Restorative justice practitioners had a clear message for the Madison School Board's committee on police in schools: It is time for the police to go.
The Madison School Board's ad-hoc committee on educational resource officers is three-quarters of the way through its 15-month process to review, evaluate and make recommendations about the use of police in schools.
At Wednesday’s meeting, its eleventh, committee members heard about restorative justice in the district’s middle and high schools from Bill Baldon, restorative justice manager at the YWCA; Lorrie Hurckes, director of the Dane County Time Bank, which facilitates the youth courts; and Lonna Stoltzfus, a social worker who is on the Madison Metropolitan School District’s restorative practices team.
Restorative justice is an alternative approach to school discipline. The approach seeks to move away from punitive, reactionary responses to student misconduct to positive responses that examine root causes of misbehavior and repairs harm done to the school community.
The restorative justice workers believe the district should remove EROs from schools, but acknowledged that structures need to be in place to make the transition successful.
“There is groundwork that needs to be done to make that feasible,” Stoltzfus said.
The team suggested working to shift mindsets of school staff around restorative justice by allowing people to take ownership over the process and implementing practices consistently across the district.
“We need to be consistent,” Baldon said. “If we want to leverage the investment, we need to go all in.”
The advocates shared examples of restorative justice across the district. Stoltzfus said Madison Memorial High School’s approach and mindset shift among the faculty is “moving the needle” on academic and behavioral outcomes.
Hurckes and Baldon said peer-to-peer restorative justice circles at La Follette High School and Cherokee Middle School allow students to work through their differences and get to the root of their conflicts.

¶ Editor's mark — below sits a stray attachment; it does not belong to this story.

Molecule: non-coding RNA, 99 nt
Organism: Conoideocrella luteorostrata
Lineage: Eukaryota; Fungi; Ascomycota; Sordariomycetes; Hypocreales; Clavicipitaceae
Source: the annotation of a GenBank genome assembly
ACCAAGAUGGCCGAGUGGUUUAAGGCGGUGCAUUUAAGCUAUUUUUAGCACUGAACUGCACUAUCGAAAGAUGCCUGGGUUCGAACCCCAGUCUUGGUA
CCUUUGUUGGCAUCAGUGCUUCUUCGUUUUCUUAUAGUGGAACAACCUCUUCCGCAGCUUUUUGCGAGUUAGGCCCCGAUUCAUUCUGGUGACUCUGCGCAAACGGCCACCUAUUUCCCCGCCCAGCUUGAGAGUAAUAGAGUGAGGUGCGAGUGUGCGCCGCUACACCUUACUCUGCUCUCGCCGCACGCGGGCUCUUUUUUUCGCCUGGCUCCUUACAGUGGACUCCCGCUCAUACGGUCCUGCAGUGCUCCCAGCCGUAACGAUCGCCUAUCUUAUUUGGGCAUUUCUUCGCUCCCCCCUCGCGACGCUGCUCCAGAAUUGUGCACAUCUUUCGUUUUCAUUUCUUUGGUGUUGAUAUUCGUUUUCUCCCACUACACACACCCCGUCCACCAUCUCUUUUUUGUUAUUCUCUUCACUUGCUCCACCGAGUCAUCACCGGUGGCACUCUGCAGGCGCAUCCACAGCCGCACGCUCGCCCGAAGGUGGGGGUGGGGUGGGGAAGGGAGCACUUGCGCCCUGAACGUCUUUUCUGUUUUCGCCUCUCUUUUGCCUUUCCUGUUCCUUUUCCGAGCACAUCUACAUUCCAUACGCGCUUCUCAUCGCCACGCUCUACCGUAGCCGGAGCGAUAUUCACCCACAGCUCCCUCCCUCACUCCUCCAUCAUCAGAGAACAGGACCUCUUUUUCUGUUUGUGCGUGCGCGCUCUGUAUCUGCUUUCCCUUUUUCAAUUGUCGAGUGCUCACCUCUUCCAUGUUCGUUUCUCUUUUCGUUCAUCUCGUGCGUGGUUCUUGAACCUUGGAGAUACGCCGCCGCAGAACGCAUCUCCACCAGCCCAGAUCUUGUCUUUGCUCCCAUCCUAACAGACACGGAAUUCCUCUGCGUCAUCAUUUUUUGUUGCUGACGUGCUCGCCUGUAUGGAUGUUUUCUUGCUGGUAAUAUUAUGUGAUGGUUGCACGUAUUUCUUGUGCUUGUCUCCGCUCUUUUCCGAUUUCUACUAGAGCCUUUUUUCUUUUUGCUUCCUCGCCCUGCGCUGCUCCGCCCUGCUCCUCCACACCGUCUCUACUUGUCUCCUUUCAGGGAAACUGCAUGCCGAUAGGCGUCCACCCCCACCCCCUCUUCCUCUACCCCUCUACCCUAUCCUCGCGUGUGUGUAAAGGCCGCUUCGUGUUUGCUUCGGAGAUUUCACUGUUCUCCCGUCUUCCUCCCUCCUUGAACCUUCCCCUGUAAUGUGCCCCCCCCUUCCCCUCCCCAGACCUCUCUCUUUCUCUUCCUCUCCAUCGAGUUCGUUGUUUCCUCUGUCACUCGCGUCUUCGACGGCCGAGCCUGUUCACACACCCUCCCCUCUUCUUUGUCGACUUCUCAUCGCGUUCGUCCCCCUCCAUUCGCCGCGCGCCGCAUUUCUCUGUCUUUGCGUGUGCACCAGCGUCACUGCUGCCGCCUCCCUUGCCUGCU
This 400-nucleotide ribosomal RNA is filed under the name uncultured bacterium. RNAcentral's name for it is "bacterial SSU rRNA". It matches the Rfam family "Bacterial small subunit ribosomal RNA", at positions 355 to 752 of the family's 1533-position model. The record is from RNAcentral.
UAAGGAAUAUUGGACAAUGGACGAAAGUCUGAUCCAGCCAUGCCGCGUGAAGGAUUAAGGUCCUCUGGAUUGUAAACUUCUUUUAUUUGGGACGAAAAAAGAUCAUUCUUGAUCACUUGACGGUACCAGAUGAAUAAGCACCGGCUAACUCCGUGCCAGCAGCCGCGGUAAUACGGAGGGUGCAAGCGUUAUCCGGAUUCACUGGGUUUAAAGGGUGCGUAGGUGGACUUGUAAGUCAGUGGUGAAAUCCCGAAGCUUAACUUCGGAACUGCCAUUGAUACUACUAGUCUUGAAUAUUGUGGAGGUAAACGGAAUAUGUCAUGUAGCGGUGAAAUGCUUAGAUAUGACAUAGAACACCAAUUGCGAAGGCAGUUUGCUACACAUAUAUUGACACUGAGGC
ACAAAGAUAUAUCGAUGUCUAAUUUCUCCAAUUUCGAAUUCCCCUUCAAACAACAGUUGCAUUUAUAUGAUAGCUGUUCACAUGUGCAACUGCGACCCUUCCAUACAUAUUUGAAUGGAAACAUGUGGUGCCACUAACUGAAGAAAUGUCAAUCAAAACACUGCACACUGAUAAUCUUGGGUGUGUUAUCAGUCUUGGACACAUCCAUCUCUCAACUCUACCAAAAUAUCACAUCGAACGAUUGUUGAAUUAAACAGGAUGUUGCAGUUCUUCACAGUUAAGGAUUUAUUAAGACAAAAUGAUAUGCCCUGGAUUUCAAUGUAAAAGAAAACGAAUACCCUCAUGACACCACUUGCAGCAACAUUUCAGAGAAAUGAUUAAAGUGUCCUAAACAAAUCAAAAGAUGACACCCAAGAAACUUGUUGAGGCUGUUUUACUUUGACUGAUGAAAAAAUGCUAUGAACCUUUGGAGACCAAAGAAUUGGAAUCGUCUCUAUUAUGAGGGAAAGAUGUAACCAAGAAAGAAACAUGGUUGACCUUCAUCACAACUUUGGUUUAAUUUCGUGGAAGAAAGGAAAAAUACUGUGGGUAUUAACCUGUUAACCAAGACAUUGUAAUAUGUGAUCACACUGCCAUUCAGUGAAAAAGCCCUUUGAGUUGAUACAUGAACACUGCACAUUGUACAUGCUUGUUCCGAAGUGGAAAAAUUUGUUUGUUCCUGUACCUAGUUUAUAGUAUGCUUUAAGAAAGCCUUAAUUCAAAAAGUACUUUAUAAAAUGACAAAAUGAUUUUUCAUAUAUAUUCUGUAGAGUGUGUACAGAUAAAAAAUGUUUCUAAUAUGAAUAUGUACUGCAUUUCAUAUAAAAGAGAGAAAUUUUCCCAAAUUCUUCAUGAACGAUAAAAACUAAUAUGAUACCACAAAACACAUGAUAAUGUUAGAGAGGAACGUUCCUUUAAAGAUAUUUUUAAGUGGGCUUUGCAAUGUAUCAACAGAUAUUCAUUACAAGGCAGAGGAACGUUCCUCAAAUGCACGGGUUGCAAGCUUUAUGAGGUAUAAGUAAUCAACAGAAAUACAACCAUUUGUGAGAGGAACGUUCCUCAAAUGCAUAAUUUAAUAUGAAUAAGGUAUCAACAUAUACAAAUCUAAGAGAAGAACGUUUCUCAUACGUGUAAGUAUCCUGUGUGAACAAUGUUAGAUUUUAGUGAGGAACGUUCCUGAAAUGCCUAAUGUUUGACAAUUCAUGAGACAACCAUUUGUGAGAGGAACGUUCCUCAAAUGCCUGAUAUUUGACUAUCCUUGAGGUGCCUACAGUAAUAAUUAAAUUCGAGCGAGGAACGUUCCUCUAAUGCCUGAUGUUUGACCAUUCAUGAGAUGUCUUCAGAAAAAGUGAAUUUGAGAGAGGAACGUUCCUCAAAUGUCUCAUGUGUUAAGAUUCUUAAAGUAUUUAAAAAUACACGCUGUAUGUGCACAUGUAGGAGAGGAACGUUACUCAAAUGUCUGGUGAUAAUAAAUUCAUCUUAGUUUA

Advocates also discussed the tension between their work and the punitive models of school discipline that exist in schools. Hurckes said community partners don’t receive data about student arrests, suspensions and citations until it is shared with the public the following school year, which makes it difficult to track results in real time.
Hurckes also pointed out that when young people commit an offense in the community that warrants a citation, they can opt-in to the youth court process. But that practice is inconsistent in the high schools, she said, with EROs deciding when kids can participate.
“It seems like the default is punitive, not restorative,” Hurckes said. “We are always talking about youth accountability, but we need to talk about adult accountability as well.”
During the question and answer portion of the presentation, Madison School Board vice president Anna Moffitt asked how restorative justice practices work for students with disabilities. While advocates were able to point to anecdotal examples, Hurckes acknowledged that they “haven’t gotten there yet,” with the process.
Madison School Board member TJ Mertz asked the team how restorative practices can work in a system where people inherently have more power than others.
“In a philosophical way, I agree with the insight (around restorative justice), but you can’t do these practices within hierarchical organizations,” Mertz said. “Our district is inherently hierarchical with imbalances of power. You can shift that, to some degree... but imbalances will exist.”
“It’s about having power over people versus having power with people,” he said. “It doesn’t mean we eliminate structures, but we can have it feel differently.”
Next month, committee members will begin sharing their recommendations on whether or not EROs should remain in schools and, if they do, how the current model should change. A second meeting will focus on the same topic in March.